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How to play the perfect marathon DJ set

Masters of the marathon DJ set give us advice on how to go the distance

  • Marcus Barnes
  • 23 April 2015
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Restrain yourself!

Knowing you're in for the long haul means you must also have a large degree of restraint as marathons work best when they're paced well. During an all-night performance you are the warm up DJ, the peak-time player and the selector who gets to close out the night.

A steady build up is paramount, as Virginia says: "I don't shoot off musical weapons too early. I need to have a common thread, an idea of how my set will play out. For example, it could start with deeper slower Chicago joints, then accelerate a little bit and, eventually, I might play some vocal tunes."

Sasha makes a similar point: "It's a case of pacing the music so you don't energise the set too much in the beginning and play records that paint you into a corner. I've done that before and struggled. Likewise you can take it too slow, so it's about getting the balance right."

Keep yourself going

Let's talk stamina. Lee Burridge goes for the Italian option when he's on the ones and twos: "I make sure I have pizza, to be delivered around hour ten." Virginia's solution is a little more practical: "I always bring some nibbles: a pack of nuts and some fruit. A banana has a good amount of sugar to get me through." Whereas Danny Tenaglia is not so particular, and likes to have a caffeine boost when he's pushing through the eight-hour mark: "I might ask them to bring me something to eat. In between I might have a banana or have them bring me some coffee, but, ultimately, it's the music that drives me."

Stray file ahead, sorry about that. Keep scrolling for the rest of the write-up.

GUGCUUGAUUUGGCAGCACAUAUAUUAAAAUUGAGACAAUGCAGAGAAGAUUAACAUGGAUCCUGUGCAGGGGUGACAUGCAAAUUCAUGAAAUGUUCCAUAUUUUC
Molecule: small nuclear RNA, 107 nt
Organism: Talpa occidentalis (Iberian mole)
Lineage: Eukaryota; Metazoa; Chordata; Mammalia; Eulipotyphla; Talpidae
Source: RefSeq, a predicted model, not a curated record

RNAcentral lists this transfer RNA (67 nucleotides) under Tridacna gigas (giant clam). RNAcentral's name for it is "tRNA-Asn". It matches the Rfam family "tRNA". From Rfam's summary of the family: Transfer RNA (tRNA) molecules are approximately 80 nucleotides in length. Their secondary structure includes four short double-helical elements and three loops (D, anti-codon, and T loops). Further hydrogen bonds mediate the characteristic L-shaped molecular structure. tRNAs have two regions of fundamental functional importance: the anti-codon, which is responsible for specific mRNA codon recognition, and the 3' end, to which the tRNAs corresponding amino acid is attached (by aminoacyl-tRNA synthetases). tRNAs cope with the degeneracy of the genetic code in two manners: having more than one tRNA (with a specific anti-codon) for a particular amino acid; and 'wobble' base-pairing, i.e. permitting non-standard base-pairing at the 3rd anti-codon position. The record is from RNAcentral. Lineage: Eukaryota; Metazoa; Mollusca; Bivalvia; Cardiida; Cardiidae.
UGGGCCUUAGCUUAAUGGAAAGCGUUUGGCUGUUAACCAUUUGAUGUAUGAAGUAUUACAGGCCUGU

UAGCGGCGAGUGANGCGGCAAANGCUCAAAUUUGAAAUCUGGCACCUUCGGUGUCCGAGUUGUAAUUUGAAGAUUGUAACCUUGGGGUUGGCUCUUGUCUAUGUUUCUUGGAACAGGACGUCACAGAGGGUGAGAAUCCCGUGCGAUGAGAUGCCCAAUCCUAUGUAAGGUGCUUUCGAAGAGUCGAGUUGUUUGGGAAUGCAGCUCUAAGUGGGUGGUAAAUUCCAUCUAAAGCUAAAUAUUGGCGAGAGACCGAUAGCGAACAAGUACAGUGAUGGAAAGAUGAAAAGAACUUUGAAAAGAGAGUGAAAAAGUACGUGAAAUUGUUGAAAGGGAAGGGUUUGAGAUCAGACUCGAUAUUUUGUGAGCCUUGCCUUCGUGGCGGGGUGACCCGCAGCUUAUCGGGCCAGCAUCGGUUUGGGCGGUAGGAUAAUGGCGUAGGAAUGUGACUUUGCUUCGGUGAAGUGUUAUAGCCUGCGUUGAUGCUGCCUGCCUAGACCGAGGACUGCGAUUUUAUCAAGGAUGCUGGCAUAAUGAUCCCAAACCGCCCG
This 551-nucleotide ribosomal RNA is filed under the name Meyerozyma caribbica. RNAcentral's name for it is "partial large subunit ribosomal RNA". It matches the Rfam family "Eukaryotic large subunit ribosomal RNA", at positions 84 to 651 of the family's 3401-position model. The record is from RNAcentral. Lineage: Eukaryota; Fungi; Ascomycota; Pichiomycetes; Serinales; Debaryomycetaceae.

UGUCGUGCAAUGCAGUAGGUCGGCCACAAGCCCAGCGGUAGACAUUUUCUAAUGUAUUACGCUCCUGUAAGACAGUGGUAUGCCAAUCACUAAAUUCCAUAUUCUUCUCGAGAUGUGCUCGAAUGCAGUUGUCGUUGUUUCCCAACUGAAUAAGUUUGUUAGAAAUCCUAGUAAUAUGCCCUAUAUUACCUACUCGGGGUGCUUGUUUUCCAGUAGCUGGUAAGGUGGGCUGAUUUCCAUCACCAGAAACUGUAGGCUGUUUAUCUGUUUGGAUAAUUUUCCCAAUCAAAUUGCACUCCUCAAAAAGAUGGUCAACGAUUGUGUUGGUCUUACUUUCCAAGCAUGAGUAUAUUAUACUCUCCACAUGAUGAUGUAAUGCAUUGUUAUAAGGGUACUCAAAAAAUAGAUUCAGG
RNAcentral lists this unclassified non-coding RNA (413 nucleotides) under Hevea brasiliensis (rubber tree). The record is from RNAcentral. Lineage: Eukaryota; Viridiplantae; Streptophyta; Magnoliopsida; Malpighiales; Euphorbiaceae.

Strive for cosmic levels of understanding between you and the crowd

All in all, the longer set offers both the dance floor and the DJ a chance to really get connected on a more intimate level. The trust that develops throughout the night allows whoever is playing the records to experiment, to let loose, to guide the crowd or be guided, to get to know the soundsystem and really work it to their advantage. As Sasha enthuses: "There's definitely something hypnotic about the state you get into and you feel as though you're locked in to the people in the room, locked into their brains on some kind of level and there's no better feeling than that."

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